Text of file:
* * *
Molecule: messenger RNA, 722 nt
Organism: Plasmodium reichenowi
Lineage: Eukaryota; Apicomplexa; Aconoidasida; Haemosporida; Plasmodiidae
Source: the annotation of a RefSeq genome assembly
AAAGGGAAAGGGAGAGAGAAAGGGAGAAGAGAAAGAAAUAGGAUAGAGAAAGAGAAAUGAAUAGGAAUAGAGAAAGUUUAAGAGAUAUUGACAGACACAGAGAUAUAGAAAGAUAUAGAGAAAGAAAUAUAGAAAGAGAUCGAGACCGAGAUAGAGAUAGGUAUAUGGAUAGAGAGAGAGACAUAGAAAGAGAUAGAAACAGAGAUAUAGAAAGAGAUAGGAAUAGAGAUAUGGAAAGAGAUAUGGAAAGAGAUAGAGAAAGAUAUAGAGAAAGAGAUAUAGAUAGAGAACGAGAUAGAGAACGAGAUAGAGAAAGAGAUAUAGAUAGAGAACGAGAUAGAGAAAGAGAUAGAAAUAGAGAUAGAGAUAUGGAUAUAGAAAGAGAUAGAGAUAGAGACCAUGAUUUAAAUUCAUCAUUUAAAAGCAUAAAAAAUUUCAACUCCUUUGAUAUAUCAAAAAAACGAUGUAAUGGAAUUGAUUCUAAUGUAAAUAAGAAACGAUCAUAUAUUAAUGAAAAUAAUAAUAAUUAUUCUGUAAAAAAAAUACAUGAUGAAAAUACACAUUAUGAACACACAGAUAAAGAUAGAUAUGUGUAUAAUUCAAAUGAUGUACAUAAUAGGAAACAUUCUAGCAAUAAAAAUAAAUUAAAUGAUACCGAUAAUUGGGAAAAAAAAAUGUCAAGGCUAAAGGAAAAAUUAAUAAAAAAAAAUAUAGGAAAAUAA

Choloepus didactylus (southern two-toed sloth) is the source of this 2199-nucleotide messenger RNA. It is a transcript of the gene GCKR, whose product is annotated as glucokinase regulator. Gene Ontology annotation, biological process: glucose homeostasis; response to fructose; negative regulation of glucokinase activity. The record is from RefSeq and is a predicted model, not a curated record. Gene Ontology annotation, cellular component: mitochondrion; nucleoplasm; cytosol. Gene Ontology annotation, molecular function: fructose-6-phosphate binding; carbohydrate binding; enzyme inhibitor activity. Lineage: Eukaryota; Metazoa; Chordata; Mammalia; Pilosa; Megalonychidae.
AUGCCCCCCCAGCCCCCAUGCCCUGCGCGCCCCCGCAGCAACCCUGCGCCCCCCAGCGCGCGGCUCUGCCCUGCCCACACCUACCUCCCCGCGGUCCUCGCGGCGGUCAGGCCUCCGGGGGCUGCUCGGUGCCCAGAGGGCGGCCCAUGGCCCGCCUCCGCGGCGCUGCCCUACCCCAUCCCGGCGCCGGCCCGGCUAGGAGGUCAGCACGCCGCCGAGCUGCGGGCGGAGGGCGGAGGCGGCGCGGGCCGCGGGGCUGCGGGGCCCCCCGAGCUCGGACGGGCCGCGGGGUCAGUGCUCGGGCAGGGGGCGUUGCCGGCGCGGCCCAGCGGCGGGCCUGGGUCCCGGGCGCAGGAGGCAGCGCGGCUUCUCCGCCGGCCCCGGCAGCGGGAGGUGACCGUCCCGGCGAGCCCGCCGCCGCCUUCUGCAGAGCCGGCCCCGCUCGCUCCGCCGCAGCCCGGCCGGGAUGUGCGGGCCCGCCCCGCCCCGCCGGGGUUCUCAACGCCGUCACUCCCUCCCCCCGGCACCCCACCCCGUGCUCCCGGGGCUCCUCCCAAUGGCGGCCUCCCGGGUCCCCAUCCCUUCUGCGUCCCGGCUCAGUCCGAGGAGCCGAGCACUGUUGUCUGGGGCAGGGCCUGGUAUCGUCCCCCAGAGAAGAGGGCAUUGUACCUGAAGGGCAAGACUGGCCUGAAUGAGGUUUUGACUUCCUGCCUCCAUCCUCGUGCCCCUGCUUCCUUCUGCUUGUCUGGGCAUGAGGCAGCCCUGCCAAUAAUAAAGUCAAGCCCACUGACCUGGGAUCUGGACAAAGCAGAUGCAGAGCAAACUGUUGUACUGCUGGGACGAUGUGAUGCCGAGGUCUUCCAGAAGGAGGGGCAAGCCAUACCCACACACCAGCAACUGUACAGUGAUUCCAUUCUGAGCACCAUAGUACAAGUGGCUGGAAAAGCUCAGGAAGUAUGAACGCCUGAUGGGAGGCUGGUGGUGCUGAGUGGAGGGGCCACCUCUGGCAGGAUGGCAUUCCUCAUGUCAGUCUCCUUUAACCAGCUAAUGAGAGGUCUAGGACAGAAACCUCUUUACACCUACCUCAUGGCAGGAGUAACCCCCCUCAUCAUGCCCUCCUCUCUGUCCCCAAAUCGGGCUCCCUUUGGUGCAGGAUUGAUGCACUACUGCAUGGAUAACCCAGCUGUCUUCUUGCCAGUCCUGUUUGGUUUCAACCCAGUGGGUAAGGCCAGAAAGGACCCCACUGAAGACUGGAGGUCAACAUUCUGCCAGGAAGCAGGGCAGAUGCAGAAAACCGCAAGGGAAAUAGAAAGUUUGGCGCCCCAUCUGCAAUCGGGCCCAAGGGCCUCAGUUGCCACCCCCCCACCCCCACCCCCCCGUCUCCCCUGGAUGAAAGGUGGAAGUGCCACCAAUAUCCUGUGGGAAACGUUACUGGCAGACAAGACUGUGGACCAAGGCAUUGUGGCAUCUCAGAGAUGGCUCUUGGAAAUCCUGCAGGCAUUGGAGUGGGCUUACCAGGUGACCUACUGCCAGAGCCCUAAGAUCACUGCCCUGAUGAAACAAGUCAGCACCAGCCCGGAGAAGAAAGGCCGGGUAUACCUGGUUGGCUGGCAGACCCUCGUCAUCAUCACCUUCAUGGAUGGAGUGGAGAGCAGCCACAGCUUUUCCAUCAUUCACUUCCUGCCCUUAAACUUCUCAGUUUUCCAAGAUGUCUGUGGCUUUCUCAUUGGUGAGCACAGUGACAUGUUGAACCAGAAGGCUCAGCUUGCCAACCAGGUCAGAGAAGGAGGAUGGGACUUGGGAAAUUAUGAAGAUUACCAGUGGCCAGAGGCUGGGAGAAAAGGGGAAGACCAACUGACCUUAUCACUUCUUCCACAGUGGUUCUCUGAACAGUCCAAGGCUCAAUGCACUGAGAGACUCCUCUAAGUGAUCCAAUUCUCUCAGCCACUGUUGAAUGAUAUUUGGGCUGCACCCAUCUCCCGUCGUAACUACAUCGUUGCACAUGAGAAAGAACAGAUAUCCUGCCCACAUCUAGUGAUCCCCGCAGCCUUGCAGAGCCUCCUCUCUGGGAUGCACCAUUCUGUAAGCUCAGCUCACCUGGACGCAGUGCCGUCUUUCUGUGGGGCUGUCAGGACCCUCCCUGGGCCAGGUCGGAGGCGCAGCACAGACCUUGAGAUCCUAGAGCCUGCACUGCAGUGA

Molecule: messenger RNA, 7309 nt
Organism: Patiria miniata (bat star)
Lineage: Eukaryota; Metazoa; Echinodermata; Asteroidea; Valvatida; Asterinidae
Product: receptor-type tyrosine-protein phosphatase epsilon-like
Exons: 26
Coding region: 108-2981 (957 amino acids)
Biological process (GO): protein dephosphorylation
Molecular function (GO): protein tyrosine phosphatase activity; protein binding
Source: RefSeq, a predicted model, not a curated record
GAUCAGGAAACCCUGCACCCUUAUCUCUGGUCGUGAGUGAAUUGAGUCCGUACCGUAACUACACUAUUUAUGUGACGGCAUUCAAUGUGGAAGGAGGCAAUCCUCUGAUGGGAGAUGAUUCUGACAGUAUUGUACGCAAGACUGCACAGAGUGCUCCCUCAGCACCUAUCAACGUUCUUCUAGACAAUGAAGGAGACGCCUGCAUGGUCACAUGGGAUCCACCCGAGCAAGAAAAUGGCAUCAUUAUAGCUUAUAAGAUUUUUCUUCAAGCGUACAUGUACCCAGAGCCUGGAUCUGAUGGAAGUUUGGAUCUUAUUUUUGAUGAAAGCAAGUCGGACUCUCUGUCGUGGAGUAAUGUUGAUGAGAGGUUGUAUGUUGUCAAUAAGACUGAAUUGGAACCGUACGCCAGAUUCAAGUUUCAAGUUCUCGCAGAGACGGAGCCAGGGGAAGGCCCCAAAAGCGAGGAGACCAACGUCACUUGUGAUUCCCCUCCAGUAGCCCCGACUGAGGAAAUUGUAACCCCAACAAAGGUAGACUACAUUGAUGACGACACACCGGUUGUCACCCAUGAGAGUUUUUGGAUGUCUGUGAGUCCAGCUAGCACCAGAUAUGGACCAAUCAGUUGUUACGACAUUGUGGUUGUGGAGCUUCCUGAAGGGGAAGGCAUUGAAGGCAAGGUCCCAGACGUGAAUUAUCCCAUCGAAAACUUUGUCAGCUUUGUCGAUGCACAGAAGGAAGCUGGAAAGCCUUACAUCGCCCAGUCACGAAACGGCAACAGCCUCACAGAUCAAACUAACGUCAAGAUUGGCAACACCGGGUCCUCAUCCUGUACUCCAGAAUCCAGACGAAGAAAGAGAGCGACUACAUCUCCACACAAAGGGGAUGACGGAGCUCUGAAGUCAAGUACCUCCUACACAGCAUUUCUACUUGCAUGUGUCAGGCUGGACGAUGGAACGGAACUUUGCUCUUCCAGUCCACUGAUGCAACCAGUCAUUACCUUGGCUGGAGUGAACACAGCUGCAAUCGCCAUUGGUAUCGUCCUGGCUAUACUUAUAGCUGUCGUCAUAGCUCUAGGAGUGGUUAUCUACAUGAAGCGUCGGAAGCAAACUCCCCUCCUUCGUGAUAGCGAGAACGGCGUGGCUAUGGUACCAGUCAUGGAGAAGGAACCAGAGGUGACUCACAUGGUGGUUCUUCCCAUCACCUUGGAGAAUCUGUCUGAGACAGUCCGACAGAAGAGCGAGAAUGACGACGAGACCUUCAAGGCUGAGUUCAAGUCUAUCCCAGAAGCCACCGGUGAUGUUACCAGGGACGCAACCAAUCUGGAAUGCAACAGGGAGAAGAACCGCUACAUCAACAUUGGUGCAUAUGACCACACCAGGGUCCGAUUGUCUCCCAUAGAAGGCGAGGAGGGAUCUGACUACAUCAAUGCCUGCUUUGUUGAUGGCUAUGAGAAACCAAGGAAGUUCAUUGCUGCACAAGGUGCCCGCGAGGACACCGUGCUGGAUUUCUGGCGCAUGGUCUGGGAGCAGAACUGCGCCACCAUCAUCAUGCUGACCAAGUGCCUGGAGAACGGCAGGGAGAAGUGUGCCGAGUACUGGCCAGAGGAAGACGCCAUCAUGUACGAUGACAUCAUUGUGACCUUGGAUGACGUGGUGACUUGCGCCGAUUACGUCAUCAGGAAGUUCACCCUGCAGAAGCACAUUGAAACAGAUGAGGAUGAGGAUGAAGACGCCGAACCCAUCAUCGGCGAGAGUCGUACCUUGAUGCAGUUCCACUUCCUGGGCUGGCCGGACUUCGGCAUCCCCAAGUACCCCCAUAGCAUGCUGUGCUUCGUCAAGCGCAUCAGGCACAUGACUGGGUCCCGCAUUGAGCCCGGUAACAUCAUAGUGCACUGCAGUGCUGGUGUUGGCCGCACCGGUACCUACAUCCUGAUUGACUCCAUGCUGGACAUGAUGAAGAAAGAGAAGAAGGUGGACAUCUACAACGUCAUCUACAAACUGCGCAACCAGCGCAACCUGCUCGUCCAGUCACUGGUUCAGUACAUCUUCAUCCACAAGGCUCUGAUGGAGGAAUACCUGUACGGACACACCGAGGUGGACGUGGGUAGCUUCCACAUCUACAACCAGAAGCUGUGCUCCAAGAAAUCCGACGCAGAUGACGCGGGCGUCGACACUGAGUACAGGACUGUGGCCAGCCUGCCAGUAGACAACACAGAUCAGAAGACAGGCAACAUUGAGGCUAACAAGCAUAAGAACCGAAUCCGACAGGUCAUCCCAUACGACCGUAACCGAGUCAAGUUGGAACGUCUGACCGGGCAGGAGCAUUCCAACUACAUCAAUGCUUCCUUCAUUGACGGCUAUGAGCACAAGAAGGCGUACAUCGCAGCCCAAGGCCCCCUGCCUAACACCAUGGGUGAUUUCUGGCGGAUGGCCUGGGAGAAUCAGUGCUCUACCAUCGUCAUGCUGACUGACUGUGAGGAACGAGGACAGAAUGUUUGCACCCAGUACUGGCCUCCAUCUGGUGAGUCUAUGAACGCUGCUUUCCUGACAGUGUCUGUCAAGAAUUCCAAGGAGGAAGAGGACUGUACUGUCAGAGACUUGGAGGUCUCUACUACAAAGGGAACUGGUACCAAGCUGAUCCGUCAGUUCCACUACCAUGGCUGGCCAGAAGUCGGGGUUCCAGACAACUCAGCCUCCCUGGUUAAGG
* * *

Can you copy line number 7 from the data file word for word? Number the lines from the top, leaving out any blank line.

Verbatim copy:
AUGCCCCCCCAGCCCCCAUGCCCUGCGCGCCCCCGCAGCAACCCUGCGCCCCCCAGCGCGCGGCUCUGCCCUGCCCACACCUACCUCCCCGCGGUCCUCGCGGCGGUCAGGCCUCCGGGGGCUGCUCGGUGCCCAGAGGGCGGCCCAUGGCCCGCCUCCGCGGCGCUGCCCUACCCCAUCCCGGCGCCGGCCCGGCUAGGAGGUCAGCACGCCGCCGAGCUGCGGGCGGAGGGCGGAGGCGGCGCGGGCCGCGGGGCUGCGGGGCCCCCCGAGCUCGGACGGGCCGCGGGGUCAGUGCUCGGGCAGGGGGCGUUGCCGGCGCGGCCCAGCGGCGGGCCUGGGUCCCGGGCGCAGGAGGCAGCGCGGCUUCUCCGCCGGCCCCGGCAGCGGGAGGUGACCGUCCCGGCGAGCCCGCCGCCGCCUUCUGCAGAGCCGGCCCCGCUCGCUCCGCCGCAGCCCGGCCGGGAUGUGCGGGCCCGCCCCGCCCCGCCGGGGUUCUCAACGCCGUCACUCCCUCCCCCCGGCACCCCACCCCGUGCUCCCGGGGCUCCUCCCAAUGGCGGCCUCCCGGGUCCCCAUCCCUUCUGCGUCCCGGCUCAGUCCGAGGAGCCGAGCACUGUUGUCUGGGGCAGGGCCUGGUAUCGUCCCCCAGAGAAGAGGGCAUUGUACCUGAAGGGCAAGACUGGCCUGAAUGAGGUUUUGACUUCCUGCCUCCAUCCUCGUGCCCCUGCUUCCUUCUGCUUGUCUGGGCAUGAGGCAGCCCUGCCAAUAAUAAAGUCAAGCCCACUGACCUGGGAUCUGGACAAAGCAGAUGCAGAGCAAACUGUUGUACUGCUGGGACGAUGUGAUGCCGAGGUCUUCCAGAAGGAGGGGCAAGCCAUACCCACACACCAGCAACUGUACAGUGAUUCCAUUCUGAGCACCAUAGUACAAGUGGCUGGAAAAGCUCAGGAAGUAUGAACGCCUGAUGGGAGGCUGGUGGUGCUGAGUGGAGGGGCCACCUCUGGCAGGAUGGCAUUCCUCAUGUCAGUCUCCUUUAACCAGCUAAUGAGAGGUCUAGGACAGAAACCUCUUUACACCUACCUCAUGGCAGGAGUAACCCCCCUCAUCAUGCCCUCCUCUCUGUCCCCAAAUCGGGCUCCCUUUGGUGCAGGAUUGAUGCACUACUGCAUGGAUAACCCAGCUGUCUUCUUGCCAGUCCUGUUUGGUUUCAACCCAGUGGGUAAGGCCAGAAAGGACCCCACUGAAGACUGGAGGUCAACAUUCUGCCAGGAAGCAGGGCAGAUGCAGAAAACCGCAAGGGAAAUAGAAAGUUUGGCGCCCCAUCUGCAAUCGGGCCCAAGGGCCUCAGUUGCCACCCCCCCACCCCCACCCCCCCGUCUCCCCUGGAUGAAAGGUGGAAGUGCCACCAAUAUCCUGUGGGAAACGUUACUGGCAGACAAGACUGUGGACCAAGGCAUUGUGGCAUCUCAGAGAUGGCUCUUGGAAAUCCUGCAGGCAUUGGAGUGGGCUUACCAGGUGACCUACUGCCAGAGCCCUAAGAUCACUGCCCUGAUGAAACAAGUCAGCACCAGCCCGGAGAAGAAAGGCCGGGUAUACCUGGUUGGCUGGCAGACCCUCGUCAUCAUCACCUUCAUGGAUGGAGUGGAGAGCAGCCACAGCUUUUCCAUCAUUCACUUCCUGCCCUUAAACUUCUCAGUUUUCCAAGAUGUCUGUGGCUUUCUCAUUGGUGAGCACAGUGACAUGUUGAACCAGAAGGCUCAGCUUGCCAACCAGGUCAGAGAAGGAGGAUGGGACUUGGGAAAUUAUGAAGAUUACCAGUGGCCAGAGGCUGGGAGAAAAGGGGAAGACCAACUGACCUUAUCACUUCUUCCACAGUGGUUCUCUGAACAGUCCAAGGCUCAAUGCACUGAGAGACUCCUCUAAGUGAUCCAAUUCUCUCAGCCACUGUUGAAUGAUAUUUGGGCUGCACCCAUCUCCCGUCGUAACUACAUCGUUGCACAUGAGAAAGAACAGAUAUCCUGCCCACAUCUAGUGAUCCCCGCAGCCUUGCAGAGCCUCCUCUCUGGGAUGCACCAUUCUGUAAGCUCAGCUCACCUGGACGCAGUGCCGUCUUUCUGUGGGGCUGUCAGGACCCUCCCUGGGCCAGGUCGGAGGCGCAGCACAGACCUUGAGAUCCUAGAGCCUGCACUGCAGUGA